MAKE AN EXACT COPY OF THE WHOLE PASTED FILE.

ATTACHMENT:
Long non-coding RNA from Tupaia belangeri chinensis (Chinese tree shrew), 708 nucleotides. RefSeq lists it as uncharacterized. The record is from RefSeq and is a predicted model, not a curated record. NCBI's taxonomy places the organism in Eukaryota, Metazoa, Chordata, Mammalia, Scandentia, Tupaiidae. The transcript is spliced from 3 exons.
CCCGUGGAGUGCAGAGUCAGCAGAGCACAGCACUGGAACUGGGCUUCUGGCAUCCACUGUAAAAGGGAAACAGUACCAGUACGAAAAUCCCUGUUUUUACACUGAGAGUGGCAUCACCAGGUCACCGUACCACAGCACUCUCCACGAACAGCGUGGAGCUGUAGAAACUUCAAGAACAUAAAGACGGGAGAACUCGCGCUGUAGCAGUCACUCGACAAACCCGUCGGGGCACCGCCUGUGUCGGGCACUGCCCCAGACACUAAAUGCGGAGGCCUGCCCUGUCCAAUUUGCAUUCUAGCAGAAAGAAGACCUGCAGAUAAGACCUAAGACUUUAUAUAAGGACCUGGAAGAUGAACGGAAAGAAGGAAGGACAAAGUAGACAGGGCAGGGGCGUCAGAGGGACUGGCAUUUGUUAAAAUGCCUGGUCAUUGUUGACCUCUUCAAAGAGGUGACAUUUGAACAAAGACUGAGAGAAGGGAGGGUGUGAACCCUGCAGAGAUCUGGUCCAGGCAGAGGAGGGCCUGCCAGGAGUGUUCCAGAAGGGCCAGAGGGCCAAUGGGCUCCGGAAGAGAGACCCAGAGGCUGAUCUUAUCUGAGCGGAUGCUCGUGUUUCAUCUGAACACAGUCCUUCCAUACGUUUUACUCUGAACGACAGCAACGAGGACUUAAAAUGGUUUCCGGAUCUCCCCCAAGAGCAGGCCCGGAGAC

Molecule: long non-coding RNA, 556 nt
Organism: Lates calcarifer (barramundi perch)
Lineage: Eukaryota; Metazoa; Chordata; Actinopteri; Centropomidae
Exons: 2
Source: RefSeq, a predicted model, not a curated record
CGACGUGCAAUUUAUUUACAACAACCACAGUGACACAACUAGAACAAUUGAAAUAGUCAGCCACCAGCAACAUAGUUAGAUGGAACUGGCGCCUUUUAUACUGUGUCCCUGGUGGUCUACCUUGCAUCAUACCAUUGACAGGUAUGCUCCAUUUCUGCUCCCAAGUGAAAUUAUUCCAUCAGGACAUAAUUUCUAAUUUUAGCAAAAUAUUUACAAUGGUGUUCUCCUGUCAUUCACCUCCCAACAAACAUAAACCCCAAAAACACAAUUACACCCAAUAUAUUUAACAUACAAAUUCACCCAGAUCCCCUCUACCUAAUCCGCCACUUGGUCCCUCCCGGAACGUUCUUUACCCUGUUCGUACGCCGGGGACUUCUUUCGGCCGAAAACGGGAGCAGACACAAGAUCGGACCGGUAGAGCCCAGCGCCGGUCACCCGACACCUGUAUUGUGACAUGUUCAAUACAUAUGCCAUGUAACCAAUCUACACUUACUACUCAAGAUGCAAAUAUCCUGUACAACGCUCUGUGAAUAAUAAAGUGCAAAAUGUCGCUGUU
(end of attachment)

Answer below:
Long non-coding RNA from Tupaia belangeri chinensis (Chinese tree shrew), 708 nucleotides. RefSeq lists it as uncharacterized. The record is from RefSeq and is a predicted model, not a curated record. NCBI's taxonomy places the organism in Eukaryota, Metazoa, Chordata, Mammalia, Scandentia, Tupaiidae. The transcript is spliced from 3 exons.
CCCGUGGAGUGCAGAGUCAGCAGAGCACAGCACUGGAACUGGGCUUCUGGCAUCCACUGUAAAAGGGAAACAGUACCAGUACGAAAAUCCCUGUUUUUACACUGAGAGUGGCAUCACCAGGUCACCGUACCACAGCACUCUCCACGAACAGCGUGGAGCUGUAGAAACUUCAAGAACAUAAAGACGGGAGAACUCGCGCUGUAGCAGUCACUCGACAAACCCGUCGGGGCACCGCCUGUGUCGGGCACUGCCCCAGACACUAAAUGCGGAGGCCUGCCCUGUCCAAUUUGCAUUCUAGCAGAAAGAAGACCUGCAGAUAAGACCUAAGACUUUAUAUAAGGACCUGGAAGAUGAACGGAAAGAAGGAAGGACAAAGUAGACAGGGCAGGGGCGUCAGAGGGACUGGCAUUUGUUAAAAUGCCUGGUCAUUGUUGACCUCUUCAAAGAGGUGACAUUUGAACAAAGACUGAGAGAAGGGAGGGUGUGAACCCUGCAGAGAUCUGGUCCAGGCAGAGGAGGGCCUGCCAGGAGUGUUCCAGAAGGGCCAGAGGGCCAAUGGGCUCCGGAAGAGAGACCCAGAGGCUGAUCUUAUCUGAGCGGAUGCUCGUGUUUCAUCUGAACACAGUCCUUCCAUACGUUUUACUCUGAACGACAGCAACGAGGACUUAAAAUGGUUUCCGGAUCUCCCCCAAGAGCAGGCCCGGAGAC

Molecule: long non-coding RNA, 556 nt
Organism: Lates calcarifer (barramundi perch)
Lineage: Eukaryota; Metazoa; Chordata; Actinopteri; Centropomidae
Exons: 2
Source: RefSeq, a predicted model, not a curated record
CGACGUGCAAUUUAUUUACAACAACCACAGUGACACAACUAGAACAAUUGAAAUAGUCAGCCACCAGCAACAUAGUUAGAUGGAACUGGCGCCUUUUAUACUGUGUCCCUGGUGGUCUACCUUGCAUCAUACCAUUGACAGGUAUGCUCCAUUUCUGCUCCCAAGUGAAAUUAUUCCAUCAGGACAUAAUUUCUAAUUUUAGCAAAAUAUUUACAAUGGUGUUCUCCUGUCAUUCACCUCCCAACAAACAUAAACCCCAAAAACACAAUUACACCCAAUAUAUUUAACAUACAAAUUCACCCAGAUCCCCUCUACCUAAUCCGCCACUUGGUCCCUCCCGGAACGUUCUUUACCCUGUUCGUACGCCGGGGACUUCUUUCGGCCGAAAACGGGAGCAGACACAAGAUCGGACCGGUAGAGCCCAGCGCCGGUCACCCGACACCUGUAUUGUGACAUGUUCAAUACAUAUGCCAUGUAACCAAUCUACACUUACUACUCAAGAUGCAAAUAUCCUGUACAACGCUCUGUGAAUAAUAAAGUGCAAAAUGUCGCUGUU